Researchers have restored1 circulation and cellular activity in the vital organs of pigs, such as the heart and brain, one hour after the animals died. The research challenges the idea that cardiac death — which occurs when blood circulation and oxygenation stops — is irreversible, and raises ethical questions about the definition of death. The work follows 2019 experiments2 by the same scientists in which they revived the disembodied brains of pigs four hours after the animals died, calling into question the idea that brain death is final.
The latest experiments are “stunning”, says Nita Farahany, a neuroethicist at Duke University in Durham, North Carolina. Although this study is preliminary, she says it suggests that some perceived limitations of the human body might be overcome in time.
In the work, published on 3 August in Nature1, researchers connected pigs that had been dead for one hour to a system called OrganEx that pumped a blood substitute throughout the animals’ bodies. The solution — containing the animals’ blood and 13 compounds such as anticoagulants — slowed the decomposition of the bodies and quickly restored some organ function, such as heart contraction and activity in the liver and kidneys. Although OrganEx helped to preserve the integrity of some brain tissue, researchers did not observe any coordinated brain activity that would indicate the animals had regained any consciousness or sentience.
As with the 2019 paper, the study is likely to reinvigorate a debate about the definition of death and the ethics of post-mortem organ donation. The authors warn that these results do not show that the pigs have somehow been reanimated after death, especially in the absence of electrical activity in the brain. “We made cells do something they weren’t able to do” when the animals were dead, says team member Zvonimir Vrselja, a neuroscientist at Yale University in New Haven, Connecticut. “We’re not saying it’s clinically relevant, but it’s moving in the right direction.”
Nenad Sestan, a Yale neuroscientist and member of the team, predicted that these experiments might work in the light of the 2019 pig-brain study, because the brain is the organ most susceptible to oxygen deprivation. “If you can regain some function in a dead pig brain, you can do it in other organs, too,” he says.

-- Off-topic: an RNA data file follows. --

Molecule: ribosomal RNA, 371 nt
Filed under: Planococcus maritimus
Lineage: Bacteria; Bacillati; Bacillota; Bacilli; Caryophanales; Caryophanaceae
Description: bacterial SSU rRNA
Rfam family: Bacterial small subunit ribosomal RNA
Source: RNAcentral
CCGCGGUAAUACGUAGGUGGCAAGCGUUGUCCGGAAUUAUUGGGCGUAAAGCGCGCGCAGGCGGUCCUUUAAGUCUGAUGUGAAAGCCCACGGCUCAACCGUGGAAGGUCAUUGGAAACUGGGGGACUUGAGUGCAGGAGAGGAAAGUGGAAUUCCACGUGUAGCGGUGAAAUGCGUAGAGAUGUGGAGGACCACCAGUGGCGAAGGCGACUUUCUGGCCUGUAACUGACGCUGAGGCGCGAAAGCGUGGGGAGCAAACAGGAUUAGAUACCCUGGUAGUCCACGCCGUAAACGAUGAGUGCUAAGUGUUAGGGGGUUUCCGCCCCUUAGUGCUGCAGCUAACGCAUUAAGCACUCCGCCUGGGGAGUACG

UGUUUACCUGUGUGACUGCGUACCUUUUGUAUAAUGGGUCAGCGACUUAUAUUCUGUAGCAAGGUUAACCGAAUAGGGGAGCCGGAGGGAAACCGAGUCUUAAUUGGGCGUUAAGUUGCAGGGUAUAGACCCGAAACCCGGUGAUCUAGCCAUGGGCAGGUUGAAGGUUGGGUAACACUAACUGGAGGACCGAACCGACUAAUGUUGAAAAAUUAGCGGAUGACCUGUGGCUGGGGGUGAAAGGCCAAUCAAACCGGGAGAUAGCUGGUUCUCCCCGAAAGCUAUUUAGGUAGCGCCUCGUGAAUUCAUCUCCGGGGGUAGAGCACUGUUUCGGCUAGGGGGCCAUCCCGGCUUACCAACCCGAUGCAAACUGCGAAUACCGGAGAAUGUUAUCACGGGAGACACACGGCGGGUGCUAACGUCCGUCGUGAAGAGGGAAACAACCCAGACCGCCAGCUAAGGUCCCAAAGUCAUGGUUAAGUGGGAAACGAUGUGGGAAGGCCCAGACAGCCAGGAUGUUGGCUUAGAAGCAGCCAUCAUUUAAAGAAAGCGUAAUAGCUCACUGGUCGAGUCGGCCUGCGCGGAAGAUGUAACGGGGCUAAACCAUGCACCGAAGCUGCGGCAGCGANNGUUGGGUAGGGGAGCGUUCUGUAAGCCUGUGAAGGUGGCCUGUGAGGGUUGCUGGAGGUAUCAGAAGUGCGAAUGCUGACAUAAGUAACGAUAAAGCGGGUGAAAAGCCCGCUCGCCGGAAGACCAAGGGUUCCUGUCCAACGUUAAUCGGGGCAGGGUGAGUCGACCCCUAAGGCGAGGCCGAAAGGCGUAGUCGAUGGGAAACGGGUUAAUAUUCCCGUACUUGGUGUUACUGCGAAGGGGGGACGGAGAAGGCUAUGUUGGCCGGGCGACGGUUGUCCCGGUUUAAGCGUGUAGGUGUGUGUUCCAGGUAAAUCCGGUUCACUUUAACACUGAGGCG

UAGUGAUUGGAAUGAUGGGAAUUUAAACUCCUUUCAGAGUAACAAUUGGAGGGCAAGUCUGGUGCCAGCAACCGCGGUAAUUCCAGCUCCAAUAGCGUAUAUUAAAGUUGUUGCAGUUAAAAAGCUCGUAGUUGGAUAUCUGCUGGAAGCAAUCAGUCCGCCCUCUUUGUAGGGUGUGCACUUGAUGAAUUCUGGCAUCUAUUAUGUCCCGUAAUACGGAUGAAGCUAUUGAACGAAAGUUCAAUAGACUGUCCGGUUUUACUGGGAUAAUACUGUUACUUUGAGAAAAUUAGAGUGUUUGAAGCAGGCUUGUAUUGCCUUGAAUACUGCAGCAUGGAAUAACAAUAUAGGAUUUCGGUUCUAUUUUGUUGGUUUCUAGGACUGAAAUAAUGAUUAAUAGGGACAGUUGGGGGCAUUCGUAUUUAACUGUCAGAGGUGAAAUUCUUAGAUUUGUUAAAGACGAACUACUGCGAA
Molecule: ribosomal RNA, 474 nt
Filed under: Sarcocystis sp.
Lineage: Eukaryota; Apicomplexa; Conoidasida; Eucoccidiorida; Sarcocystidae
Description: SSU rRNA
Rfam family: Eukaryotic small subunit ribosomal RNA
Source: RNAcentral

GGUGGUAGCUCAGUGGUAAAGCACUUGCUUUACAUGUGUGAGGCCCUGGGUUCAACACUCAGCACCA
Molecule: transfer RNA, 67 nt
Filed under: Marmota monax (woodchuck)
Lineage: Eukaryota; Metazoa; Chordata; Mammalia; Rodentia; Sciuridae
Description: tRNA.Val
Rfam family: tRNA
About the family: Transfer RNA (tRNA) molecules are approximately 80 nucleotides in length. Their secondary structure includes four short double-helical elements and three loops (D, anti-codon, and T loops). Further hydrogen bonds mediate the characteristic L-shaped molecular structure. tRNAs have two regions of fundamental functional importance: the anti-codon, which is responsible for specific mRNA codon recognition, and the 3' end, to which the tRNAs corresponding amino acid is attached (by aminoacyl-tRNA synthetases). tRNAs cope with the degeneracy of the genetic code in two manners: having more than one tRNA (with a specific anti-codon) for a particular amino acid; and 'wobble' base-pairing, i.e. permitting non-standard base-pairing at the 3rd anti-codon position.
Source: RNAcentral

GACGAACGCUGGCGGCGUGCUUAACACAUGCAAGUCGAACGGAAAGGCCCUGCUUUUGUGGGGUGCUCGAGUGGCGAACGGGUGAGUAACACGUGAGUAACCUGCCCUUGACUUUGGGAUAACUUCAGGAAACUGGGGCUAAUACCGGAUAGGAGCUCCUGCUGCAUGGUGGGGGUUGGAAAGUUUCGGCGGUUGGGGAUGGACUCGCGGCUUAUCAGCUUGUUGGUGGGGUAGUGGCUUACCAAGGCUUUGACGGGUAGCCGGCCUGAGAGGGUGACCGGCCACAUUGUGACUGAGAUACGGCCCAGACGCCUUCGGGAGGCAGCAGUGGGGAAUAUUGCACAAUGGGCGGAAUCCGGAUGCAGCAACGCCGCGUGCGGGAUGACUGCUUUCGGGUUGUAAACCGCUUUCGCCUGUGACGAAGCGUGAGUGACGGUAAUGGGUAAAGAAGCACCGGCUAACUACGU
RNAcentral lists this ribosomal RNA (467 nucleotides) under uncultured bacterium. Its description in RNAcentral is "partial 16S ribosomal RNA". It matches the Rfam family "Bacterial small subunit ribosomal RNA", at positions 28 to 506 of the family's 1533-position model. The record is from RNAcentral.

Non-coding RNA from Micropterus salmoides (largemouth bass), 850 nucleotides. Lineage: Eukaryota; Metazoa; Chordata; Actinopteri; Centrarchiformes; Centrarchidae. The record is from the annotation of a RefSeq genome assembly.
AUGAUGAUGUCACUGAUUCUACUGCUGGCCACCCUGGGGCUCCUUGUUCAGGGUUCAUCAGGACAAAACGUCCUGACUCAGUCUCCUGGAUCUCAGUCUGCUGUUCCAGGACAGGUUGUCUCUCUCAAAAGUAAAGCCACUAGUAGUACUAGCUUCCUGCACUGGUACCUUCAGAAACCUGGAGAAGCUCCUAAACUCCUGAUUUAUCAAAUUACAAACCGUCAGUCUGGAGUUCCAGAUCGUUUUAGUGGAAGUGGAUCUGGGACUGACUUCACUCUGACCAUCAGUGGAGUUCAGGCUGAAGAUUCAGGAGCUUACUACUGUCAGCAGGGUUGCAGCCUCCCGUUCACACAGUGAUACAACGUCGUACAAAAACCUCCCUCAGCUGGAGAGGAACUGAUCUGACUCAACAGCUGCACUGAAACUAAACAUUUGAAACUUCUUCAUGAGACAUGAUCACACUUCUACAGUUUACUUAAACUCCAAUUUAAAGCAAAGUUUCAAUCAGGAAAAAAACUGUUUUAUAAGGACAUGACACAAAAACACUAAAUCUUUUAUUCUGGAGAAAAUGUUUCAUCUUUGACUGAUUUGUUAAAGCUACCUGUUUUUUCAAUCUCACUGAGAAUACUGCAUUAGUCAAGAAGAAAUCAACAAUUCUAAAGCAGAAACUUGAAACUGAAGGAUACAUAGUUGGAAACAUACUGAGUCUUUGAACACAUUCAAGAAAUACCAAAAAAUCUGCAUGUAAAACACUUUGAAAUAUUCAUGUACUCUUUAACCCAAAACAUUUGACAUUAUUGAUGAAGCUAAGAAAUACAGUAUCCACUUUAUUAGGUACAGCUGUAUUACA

To find out, he and his co-authors modified the BrainEx solution and the technique used for that study. “BrainEx was tailored for a specific organ, but we had to find a common denominator that works for all organs with OrganEx,” says Vrselja. In the OrganEx solution, the researchers included compounds that would suppress blood clotting and the immune system, which is more active elsewhere in the body than in the brain, he says.
Sestan’s team obtained pigs from a local farm breeder and monitored them for three days before sedating them, putting them on a ventilator and inducing cardiac arrest by delivering a shock to their hearts. After confirming a lack of pulse, the researchers removed the animals from the ventilators. One hour after the pigs died, the team restarted the ventilators and anaesthesia. Some of the pigs were then attached to the OrganEx system; others received no treatment or were hooked up to an extracorporeal membrane oxygenation (ECMO) machine, which some hospitals use in a last-ditch effort to supply oxygen to and remove carbon dioxide from the body.
After six hours, the researchers noticed that circulation had restarted much more effectively in pigs that had received the OrganEx solution than in those that had received ECMO or no treatment. Oxygen had begun flowing to tissues all over the bodies of the OrganEx animals, and a heart scan detected some electrical activity and contraction. But the heart had not fully restarted, and it’s unclear what exactly it was doing in those animals, says team member David Andrijevic, a neuroscientist at Yale.